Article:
Why Halloween Is Hard When You Have a History of Binging

On October 31, I will be more afraid of the treats than the tricks. This is going to be my first time celebrating Halloween while working through my disordered eating. Like a kid staring at a haunted house across the street, I’m a little afraid.

I struggle with compulsive and emotional eating and have a history of binging. I obsess about when and what to eat and grapple with intense cravings.

This summer marked a turning point as I finally sought out the right help. I was able to identify trigger foods and slowly cut them out of my life. I don’t view this as depriving myself. I view it as the equivalent of cutting a toxic person out of my life because foods like cookies, cakes, chocolate and candy became like relationships to me.

Which brings me to Halloween. I can’t walk into a convenience store in October without finding massive quantities of my trigger foods lining the aisles. Even though Reese’s peanut butter cups looks so innocent when compared to the creepy masks and fake blood next to them, for me, they are the most haunting. I learned I wasn’t myself when I ate my beloved Halloween candy. I wasn’t processing thoughts or emotions – I was just eating them.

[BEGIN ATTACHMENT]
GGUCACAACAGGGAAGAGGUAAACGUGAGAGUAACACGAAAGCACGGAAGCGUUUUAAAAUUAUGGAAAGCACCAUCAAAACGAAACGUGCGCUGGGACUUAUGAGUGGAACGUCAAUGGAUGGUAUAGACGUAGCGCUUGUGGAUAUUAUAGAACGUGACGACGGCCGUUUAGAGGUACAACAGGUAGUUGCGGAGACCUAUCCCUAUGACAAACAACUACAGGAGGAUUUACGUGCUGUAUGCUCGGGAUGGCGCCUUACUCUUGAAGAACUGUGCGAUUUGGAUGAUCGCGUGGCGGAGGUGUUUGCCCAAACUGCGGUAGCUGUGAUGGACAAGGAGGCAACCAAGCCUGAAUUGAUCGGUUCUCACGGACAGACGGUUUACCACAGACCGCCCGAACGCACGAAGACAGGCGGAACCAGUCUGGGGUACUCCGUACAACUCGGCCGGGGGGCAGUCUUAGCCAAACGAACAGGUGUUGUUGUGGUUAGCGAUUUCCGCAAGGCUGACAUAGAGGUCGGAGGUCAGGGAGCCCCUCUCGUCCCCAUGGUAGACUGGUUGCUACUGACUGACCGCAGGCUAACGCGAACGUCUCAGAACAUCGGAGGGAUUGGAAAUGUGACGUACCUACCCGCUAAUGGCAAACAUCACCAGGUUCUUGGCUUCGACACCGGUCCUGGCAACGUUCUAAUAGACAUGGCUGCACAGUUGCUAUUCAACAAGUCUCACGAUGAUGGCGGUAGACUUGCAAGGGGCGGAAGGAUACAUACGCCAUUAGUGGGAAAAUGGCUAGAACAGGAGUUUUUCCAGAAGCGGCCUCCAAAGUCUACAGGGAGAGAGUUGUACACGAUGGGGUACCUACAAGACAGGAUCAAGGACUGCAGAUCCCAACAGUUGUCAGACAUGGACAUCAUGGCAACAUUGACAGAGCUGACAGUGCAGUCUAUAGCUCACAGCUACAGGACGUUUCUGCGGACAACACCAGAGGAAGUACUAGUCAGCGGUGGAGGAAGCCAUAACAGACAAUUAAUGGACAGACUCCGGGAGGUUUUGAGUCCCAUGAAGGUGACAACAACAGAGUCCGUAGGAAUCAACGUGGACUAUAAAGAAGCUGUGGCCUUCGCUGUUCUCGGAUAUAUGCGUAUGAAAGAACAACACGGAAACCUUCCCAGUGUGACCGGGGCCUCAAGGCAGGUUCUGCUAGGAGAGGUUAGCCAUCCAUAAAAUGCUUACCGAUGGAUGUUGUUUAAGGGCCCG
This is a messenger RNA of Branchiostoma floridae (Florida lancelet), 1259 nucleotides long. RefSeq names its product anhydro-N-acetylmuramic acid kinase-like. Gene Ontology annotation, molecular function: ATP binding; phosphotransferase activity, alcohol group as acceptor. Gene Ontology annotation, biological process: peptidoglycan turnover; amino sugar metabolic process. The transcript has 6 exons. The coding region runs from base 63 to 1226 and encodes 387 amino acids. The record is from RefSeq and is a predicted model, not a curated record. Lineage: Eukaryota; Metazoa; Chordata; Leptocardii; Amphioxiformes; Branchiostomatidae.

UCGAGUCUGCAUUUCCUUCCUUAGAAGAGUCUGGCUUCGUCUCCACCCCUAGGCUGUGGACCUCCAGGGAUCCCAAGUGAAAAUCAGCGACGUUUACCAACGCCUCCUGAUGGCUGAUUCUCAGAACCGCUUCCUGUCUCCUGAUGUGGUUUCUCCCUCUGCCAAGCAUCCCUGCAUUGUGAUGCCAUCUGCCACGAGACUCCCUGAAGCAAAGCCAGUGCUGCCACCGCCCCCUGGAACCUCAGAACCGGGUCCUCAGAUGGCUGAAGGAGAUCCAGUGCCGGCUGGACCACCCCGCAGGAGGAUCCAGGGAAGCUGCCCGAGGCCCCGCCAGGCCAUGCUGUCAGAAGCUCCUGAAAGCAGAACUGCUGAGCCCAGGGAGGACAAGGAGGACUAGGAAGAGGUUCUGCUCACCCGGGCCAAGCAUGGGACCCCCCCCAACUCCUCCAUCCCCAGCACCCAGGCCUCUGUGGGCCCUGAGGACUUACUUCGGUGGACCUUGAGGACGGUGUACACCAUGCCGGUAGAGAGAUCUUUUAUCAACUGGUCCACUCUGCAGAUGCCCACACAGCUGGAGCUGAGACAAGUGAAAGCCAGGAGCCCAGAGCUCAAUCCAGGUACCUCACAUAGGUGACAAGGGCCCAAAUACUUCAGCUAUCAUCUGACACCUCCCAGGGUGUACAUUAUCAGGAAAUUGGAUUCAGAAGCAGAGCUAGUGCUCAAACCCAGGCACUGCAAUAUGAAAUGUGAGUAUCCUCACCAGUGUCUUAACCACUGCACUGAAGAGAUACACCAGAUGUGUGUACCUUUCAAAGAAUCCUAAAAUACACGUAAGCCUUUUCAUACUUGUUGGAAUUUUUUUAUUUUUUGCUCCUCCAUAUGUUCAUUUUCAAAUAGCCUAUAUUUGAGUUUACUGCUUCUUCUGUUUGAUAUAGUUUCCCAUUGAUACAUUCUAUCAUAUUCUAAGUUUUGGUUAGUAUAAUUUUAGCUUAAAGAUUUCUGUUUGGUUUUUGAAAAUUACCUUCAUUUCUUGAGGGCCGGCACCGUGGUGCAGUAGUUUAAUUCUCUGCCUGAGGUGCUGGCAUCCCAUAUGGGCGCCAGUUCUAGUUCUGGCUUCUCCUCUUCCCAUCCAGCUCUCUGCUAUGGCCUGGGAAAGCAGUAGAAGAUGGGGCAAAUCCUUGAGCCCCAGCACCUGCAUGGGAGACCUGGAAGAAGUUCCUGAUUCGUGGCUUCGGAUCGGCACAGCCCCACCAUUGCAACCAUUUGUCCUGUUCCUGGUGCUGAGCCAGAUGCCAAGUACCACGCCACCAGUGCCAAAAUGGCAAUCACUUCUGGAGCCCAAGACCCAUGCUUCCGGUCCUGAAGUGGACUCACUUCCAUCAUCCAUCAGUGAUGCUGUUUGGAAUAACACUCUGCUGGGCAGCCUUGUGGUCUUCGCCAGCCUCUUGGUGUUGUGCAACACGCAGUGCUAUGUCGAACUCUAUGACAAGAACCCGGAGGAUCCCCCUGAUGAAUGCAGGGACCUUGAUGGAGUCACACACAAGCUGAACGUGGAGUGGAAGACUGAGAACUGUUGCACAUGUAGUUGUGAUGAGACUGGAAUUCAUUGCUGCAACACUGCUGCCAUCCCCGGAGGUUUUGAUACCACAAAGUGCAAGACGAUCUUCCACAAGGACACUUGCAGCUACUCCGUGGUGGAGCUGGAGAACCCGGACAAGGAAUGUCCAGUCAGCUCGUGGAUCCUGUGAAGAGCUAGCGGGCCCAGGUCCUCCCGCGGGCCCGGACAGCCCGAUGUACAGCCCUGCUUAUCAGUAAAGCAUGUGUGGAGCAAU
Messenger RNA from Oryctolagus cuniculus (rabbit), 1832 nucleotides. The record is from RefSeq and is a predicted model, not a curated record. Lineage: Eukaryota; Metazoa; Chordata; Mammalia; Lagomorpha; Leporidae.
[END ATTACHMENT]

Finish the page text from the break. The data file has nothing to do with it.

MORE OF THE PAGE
Halloween is threatening to me because it is a day of temptation with forbidden fruit on every doorstep. On Halloween, indulgence is not only permitted but is celebrated. It’s as if our culture says: “It’s OK to hide a secret stash of candy – more fun for later!”

But I can’t celebrate Halloween like that because I don’t have the ability to limit those behaviors to one day. For me, every day has the potential to end up like Halloween. My disordered eating makes it hard for me to have control over what I put into my body.

In writing this I realized if I let my relationship with food define me, it makes it easy for me to let food define all holidays. But I am more than my relationship with food, and Halloween is more than just candy. So as I ground myself in my recovery journey, I will continue to redefine what Halloween means to me. Beyond just tricks, treats, and triggers, Halloween is a time of delightful costumes and decorating my apartment. Halloween is a time of Hogwarts, Halloweentown and magic. In fact, I’d like to think that my progress in recovery has a bit of its own Halloween magic!

If you or someone you know has an eating disorder, call the National Eating Disorders Association helpline: 800-931-2237.

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